creating multiple documents by calling values from a list

I wanted to create 100 invitation letters for a group of 100 people whose name and phone number I have in an excel sheet.
I have written one generic letter and wanted to the put in the name and phone number from the list in the excel sheet and save the 100 pdf files in a folder. What is the best way to do it please? Would R-markdown do the job? say my letter looks like this

Hello XXXX,
Please show up at my place on Mon 4th July,

XXXX = names that shall be called from an external excel list

One option would be a parameterized rmarkdown report. You would need 3 files, as follows:

  1. Your Excel file with contact information. For this example, I created an Excel file called contact_info.xlsx that looks like this:


  2. An rmarkdown file (that I've called letter.rmd) containing the text of your letter. In this file we've declared 2 parameters (params), name and phone (along with their default values, which have to be there to avoid an error). We can then reference these parameters in the main document with params$name and params$phone.

output: pdf_document
  name: aaa
  phone: 555-5555

Hello `r params$name`,

Please show up at my place on Mon 4th July. I'll call you at `r params$phone` to confirm.

  1. A separate script to render a PDF file for each contact (each row of contact_info.xlsx) by iteratively passing each name and phone number as parameters into letter.rmd. First we read contact_info.xlsx into R, then we run the render function for each name in the Excel file.

contacts = read_excel("contact_info.xlsx")

             params=list(name=.x, phone=.y),
             output_file=paste0("Letter to ", .x, ".pdf"))

I've used pmap from the purrr package for the iteration above, but it can be done with a for loop (or other iterative approach) as well:

for (i in 1:nrow(contacts)) {
         params=list(name=contacts$name[i], phone=contacts$phone[i]),
         output_file=paste0("Letter to ", contacts$name[i], ".pdf"))

And here's one of the four output files. This one is Letter to Mal.pdf:

If you want to get fancy, instead of printing out these PDF files and snail-mailing them, you could email them directly from R.


The is also this :package: that is very helpful to send emails prepared programmatically:

If you look ate the example, you'll have the ability to create template body using placeholder like {name} to be replace with the variable you have in R. You even can exectute R code in {Sys.Date()}. From the README:


email_object <-
    body = "
  ## Hiya! This is an email message. Exciting Right?
  Enjoy it. And this here image:

  ![The alt text]({img_link} \"The title\")
  **Yeah!** I seriously hope that you enjoy this \\
  message and the good vibes it will bring to you \\
  and yours.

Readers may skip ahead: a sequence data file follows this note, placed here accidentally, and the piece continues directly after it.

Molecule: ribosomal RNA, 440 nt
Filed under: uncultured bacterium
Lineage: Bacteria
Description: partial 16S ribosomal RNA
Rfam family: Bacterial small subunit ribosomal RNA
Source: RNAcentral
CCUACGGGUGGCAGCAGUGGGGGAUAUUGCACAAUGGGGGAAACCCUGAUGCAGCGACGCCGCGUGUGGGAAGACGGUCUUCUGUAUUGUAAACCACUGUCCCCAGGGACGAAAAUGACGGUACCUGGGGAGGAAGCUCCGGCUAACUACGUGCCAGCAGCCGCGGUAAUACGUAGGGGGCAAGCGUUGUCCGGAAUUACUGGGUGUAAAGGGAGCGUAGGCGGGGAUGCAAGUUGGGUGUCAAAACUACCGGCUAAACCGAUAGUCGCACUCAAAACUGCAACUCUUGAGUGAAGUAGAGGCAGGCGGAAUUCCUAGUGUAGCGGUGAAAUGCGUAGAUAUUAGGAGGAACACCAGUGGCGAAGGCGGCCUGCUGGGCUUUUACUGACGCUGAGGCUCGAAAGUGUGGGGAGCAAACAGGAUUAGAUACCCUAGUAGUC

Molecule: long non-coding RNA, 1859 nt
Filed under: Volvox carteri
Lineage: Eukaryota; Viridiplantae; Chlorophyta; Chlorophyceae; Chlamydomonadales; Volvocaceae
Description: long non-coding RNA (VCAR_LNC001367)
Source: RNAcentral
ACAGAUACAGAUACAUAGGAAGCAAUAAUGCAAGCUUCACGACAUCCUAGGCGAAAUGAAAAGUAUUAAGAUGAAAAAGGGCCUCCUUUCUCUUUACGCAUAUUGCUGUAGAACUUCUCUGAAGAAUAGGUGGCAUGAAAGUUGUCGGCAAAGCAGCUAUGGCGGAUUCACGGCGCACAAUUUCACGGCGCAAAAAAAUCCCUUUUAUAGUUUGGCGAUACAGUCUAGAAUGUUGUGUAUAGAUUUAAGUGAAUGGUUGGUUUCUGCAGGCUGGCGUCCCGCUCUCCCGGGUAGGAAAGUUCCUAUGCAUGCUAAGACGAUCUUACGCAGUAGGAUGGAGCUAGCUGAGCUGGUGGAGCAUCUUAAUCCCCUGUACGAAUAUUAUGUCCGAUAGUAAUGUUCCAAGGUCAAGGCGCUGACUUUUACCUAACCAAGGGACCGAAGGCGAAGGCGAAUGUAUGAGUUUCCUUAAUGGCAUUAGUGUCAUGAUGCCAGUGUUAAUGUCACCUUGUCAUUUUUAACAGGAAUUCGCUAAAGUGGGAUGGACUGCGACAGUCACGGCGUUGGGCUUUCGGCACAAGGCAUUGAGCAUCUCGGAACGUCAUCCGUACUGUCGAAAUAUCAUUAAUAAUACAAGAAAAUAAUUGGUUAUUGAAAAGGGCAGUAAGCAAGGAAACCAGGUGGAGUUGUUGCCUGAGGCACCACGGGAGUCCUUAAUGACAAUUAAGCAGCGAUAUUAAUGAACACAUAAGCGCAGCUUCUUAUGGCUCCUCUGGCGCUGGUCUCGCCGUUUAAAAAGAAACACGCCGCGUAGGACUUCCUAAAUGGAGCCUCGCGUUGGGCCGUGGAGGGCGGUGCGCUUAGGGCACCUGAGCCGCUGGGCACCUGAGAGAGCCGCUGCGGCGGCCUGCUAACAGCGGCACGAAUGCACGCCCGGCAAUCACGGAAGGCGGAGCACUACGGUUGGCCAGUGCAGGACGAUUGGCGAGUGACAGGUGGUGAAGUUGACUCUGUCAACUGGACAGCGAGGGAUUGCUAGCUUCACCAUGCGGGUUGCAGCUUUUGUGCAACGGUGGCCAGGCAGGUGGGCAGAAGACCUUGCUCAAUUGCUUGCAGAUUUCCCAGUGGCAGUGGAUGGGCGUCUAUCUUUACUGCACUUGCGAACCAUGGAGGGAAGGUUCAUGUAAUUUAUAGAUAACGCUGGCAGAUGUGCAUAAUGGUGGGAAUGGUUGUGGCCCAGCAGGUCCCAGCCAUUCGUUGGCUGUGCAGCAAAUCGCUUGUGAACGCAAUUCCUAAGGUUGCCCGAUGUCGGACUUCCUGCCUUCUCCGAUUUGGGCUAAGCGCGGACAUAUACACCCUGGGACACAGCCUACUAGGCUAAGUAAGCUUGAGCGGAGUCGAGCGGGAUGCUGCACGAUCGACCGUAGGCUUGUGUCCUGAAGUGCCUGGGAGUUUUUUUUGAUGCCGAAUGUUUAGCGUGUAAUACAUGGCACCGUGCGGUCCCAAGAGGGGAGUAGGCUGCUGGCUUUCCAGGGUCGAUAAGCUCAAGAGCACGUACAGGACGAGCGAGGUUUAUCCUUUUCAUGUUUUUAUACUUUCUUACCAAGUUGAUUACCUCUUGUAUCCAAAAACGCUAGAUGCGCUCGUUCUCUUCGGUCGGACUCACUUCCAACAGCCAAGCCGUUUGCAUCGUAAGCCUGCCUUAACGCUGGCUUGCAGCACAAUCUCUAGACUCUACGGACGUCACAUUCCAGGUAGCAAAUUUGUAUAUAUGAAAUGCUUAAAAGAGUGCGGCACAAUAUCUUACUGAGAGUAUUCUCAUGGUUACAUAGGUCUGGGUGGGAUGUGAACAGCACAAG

Peace out,

    footer = 
  "Brought to you by Smile AG on {current_date_time}",
    sender = "Mike")
  • {current_date_time} and {img_link} are from the workspace of the current R session
  • {sender} is provided in the function

The README shows a lot of feature.

You can also reproduce the templating feature with a package like whisker and it is sufficient if you don't need the rmarkdown rendering. You can use whisker :package: with any type of text document. Basically, you will read character string into R, these string will have placeholder and whisker syntax for its feature, you'll generate multiple text from these by using whisker rendering then you could write back the text in a file the way you want from R.
For example, assuming the text template has already been loaded in R as a vector of strings here (one by line)

tab <- tibble::tribble(
  ~"Name", ~"Phone",
  "Mal", "737-3648",
  "Zoe", "555-8641"

text <- c("Hello {{name}}",
"Please show up at my place on Mon 4th July",

# map through your name vector
purrr::map(tab$Name, ~ whisker::whisker.render(text, list(name = .x)))
#> [[1]]
#> [1] "Hello Mal\nPlease show up at my place on Mon 4th July\nBest\nTom"
#> [[2]]
#> [1] "Hello Zoe\nPlease show up at my place on Mon 4th July\nBest\nTom"

Created on 2018-11-08 by the reprex package (v0.2.1)

You see that whisker.render generate a string with the place holder filled. Check the README and documentation to see how powerful if can be (conditional template and stuff like that).

You have also some tools like glue :package: that could be helpful for rendering multiple text with R variable.

tab <- tibble::tribble(
  ~"Name", ~"Phone",
  "Mal", "737-3648",
  "Zoe", "555-8641"

vec <- glue::glue_data(tab, 
"Hello {Name}

  Please show up at my place on Mon 4th July


#> Hello Mal
#>   Please show up at my place on Mon 4th July
#>   Best
#> Tom
#> Hello Zoe
#>   Please show up at my place on Mon 4th July
#>   Best
#> Tom

# A character vector of length 2
#>  'glue' chr [1:2] "Hello Mal\n\n  Please show up at my place on Mon 4th July\n  \n  Best\n\nTom" ...